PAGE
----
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Saturday, February 01, 2020, 15:39
Loud snoring could be saying more than you think
By The Kathmandu Post/ANN
Saturday, February 01, 2020, 15:39 By The Kathmandu Post/ANN

This March 21, 2019 photo shows a child sleeping in Hangzhou, East China's Zhejiang province. (PHOTO / IC)

KATHMANDU – People often ignore their daytime drowsiness, but doctors say it could be a sign of a severe disorder: sleep apnoea.

Last September, 40-year-old Ram Krishna Lama was hospitalized in Banepa for a tonsil infection. After a few examinations, doctors informed his family members that Lama had pneumonia and a thyroid condition. Lama at the time weighed 113.5 kg and had high cholesterol of 320 mg/dL.

He was then admitted to a city hospital, where the cardiologist suggested him to undertake polysomnography, a sleep study to diagnose sleep disorders. The doctor, given Lama’s tiredness, blood pressure, Body Mass Index, snoring and weight, suggested that he might have sleep apnoea.

Sleep apnoea is a serious sleep disorder that obstructs the breathing of a person during sleep multiple times, fragmenting their sleep

The medical condition is a serious sleep disorder that obstructs the breathing of a person during sleep multiple times, fragmenting their sleep. People suffering from the disorder are prone to feel drowsy throughout the day and also complain about morning headaches, forgetfulness, lack of energy, and having a sore throat. While their sleep partners often observe that people with such disorders have snores that are louder and in between their sleep, they regularly stop breathing for a minimum of 10 seconds.

“Looking back, when the doctor said I had sleep apnoea, my symptoms all made sense. Often during the day, even when I sat among my friends for a good time, I used to doze off multiple times, and I used to sweat a lot,” said Lama. His wife also used to tell him how his snores were getting louder and that sometimes during his sleep, his breathing was shallow. Lama, who owns a grocery shop in Banepa, on most afternoons used to doze off and feel lethargic. But he had no idea that he was suffering from obstructive sleep apnoea until he visited the hospital for his tonsillitis.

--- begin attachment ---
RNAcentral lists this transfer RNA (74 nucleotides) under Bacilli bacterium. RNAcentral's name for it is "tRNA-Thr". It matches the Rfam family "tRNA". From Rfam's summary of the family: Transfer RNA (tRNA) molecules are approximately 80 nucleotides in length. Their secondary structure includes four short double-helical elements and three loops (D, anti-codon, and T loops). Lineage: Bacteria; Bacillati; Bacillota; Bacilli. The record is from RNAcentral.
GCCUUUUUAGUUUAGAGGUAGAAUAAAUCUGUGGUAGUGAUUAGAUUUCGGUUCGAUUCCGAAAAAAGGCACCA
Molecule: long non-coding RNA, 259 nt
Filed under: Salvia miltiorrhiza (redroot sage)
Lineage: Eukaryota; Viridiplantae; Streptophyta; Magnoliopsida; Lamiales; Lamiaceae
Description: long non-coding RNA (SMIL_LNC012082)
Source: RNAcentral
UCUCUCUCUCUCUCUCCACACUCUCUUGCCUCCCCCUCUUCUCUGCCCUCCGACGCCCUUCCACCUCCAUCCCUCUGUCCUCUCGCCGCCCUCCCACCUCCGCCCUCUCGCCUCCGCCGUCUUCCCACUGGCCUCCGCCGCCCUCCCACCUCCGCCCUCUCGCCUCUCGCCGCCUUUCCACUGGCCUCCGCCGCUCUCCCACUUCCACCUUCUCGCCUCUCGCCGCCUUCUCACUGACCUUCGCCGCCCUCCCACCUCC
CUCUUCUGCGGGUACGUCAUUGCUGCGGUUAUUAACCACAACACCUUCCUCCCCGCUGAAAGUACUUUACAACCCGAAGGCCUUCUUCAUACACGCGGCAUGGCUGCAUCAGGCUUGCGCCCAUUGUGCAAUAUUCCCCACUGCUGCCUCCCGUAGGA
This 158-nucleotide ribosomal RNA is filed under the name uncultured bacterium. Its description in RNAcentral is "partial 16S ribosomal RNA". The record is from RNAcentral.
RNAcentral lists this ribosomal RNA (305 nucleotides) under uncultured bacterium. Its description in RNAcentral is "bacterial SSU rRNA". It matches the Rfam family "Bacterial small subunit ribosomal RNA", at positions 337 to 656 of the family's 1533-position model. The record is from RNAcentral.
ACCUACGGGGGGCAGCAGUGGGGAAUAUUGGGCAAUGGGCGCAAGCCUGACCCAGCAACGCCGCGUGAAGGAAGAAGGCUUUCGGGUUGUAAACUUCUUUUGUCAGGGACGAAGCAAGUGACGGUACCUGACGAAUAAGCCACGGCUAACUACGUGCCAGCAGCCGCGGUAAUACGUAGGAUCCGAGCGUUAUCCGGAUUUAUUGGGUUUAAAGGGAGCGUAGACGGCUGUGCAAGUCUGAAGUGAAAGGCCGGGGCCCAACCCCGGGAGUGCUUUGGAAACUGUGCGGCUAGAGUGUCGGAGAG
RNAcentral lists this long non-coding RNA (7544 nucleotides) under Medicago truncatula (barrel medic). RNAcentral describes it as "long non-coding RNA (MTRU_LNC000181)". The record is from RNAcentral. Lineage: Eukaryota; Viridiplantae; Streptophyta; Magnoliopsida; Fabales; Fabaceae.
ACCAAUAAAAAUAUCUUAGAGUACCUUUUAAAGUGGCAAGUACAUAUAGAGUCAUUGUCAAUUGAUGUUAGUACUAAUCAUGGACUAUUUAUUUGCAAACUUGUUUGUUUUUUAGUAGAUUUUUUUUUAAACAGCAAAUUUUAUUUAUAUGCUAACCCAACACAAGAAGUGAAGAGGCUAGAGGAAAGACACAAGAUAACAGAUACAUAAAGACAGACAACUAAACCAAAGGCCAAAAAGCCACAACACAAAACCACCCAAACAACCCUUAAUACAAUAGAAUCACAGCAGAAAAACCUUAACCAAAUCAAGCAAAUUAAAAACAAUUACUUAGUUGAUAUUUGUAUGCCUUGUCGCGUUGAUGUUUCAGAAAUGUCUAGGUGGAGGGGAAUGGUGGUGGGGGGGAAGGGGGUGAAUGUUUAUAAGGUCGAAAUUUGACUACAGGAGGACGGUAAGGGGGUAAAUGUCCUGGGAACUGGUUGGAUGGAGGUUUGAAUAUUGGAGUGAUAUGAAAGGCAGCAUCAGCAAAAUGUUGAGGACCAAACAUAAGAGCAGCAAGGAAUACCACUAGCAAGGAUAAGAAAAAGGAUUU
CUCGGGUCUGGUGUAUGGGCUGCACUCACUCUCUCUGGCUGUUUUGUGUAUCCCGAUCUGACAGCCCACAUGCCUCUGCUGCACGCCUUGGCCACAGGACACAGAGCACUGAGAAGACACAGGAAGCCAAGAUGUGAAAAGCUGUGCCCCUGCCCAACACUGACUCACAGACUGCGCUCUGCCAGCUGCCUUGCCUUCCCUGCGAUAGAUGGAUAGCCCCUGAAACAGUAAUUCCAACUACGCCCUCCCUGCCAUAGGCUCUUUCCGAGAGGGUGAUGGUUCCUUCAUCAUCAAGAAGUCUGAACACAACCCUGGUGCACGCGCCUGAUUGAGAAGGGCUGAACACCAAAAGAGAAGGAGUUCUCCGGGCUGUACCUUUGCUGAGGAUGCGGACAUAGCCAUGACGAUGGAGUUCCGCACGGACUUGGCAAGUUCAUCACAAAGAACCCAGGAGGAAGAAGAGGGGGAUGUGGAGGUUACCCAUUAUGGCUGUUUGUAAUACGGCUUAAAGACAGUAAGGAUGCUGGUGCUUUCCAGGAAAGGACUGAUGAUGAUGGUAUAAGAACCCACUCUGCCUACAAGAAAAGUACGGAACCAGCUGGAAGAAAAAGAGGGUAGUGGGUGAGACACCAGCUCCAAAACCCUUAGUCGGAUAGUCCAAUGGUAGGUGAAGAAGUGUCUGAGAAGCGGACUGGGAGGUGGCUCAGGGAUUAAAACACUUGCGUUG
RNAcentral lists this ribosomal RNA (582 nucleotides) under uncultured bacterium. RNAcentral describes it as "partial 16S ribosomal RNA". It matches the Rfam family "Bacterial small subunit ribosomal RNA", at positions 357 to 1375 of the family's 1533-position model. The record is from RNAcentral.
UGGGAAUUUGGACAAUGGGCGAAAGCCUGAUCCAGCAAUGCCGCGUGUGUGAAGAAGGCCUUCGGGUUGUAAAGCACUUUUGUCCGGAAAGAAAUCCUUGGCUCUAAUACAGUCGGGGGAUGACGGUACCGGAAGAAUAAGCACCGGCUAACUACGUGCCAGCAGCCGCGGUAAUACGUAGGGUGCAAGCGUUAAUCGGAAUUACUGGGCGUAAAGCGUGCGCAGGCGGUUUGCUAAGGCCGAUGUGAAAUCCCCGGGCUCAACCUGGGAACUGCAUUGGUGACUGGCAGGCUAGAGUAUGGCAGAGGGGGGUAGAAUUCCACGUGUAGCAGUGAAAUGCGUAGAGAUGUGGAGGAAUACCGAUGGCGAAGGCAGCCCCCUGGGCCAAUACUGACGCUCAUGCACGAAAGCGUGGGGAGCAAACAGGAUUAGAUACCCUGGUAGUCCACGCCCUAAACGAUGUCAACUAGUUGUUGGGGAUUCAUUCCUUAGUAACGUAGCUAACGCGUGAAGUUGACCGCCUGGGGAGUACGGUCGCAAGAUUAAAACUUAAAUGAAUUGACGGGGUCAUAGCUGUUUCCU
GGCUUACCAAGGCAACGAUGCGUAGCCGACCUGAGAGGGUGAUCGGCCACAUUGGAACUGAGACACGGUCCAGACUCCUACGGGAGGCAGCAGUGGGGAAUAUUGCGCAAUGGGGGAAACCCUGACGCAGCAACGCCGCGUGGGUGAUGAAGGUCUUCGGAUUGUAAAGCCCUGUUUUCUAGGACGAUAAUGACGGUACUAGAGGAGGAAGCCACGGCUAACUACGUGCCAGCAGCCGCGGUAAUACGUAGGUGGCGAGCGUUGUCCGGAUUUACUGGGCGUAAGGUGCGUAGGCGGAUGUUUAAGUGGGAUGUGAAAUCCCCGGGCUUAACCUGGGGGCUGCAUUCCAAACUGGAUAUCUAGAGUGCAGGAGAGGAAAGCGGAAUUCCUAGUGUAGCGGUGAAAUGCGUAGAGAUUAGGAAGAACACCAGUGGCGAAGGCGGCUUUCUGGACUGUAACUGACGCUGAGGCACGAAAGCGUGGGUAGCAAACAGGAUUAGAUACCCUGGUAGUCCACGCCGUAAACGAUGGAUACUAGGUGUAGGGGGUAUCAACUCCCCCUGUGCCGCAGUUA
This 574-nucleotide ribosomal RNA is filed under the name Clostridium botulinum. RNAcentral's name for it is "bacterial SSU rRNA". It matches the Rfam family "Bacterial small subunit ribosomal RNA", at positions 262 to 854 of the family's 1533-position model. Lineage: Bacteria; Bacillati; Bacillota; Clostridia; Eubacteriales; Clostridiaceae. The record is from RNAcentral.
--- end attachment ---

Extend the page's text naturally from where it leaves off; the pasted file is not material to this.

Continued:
READ MORE: When the big snore turns dangerous

Doctors say most people who have loud snores and feel daytime sleepiness easily ignore their body’s signs. 

“People assume that their sleepiness is a result of tiredness, but it’s better to seek medical consultation if you snore a lot. It is always good to keep sleep in check. For if a human body doesn’t receive a good amount of sleep it will result in poor health condition,” said Doctor Milesh Jung Sijapati, head of the department of internal medicine at KIST Medical College & Teaching Hospital. Sijapati also consults for sleep care at SWACON International Hospital, Battisputali.

Undiagnosed patients of sleep apnoea also confuse excess of sleep with getting enough sleep. But according to somnologists, there are different phases of sleep, and patients of sleep apnoea never get to deep sleep, which is the most restorative sleep stage. As a result, they suffer from daytime sleepiness.

But there are two types of sleep apnoea: obstructive and central. 

“Obstructive sleep apnoea is caused by a blockage in the windpipe and is also a risk to patients who have chronic tonsillitis with tonsillar hypertrophy. Of the two, central sleep apnoea is acute, as it is caused when the brain fails to control the respiratory signals,” Sijapati said.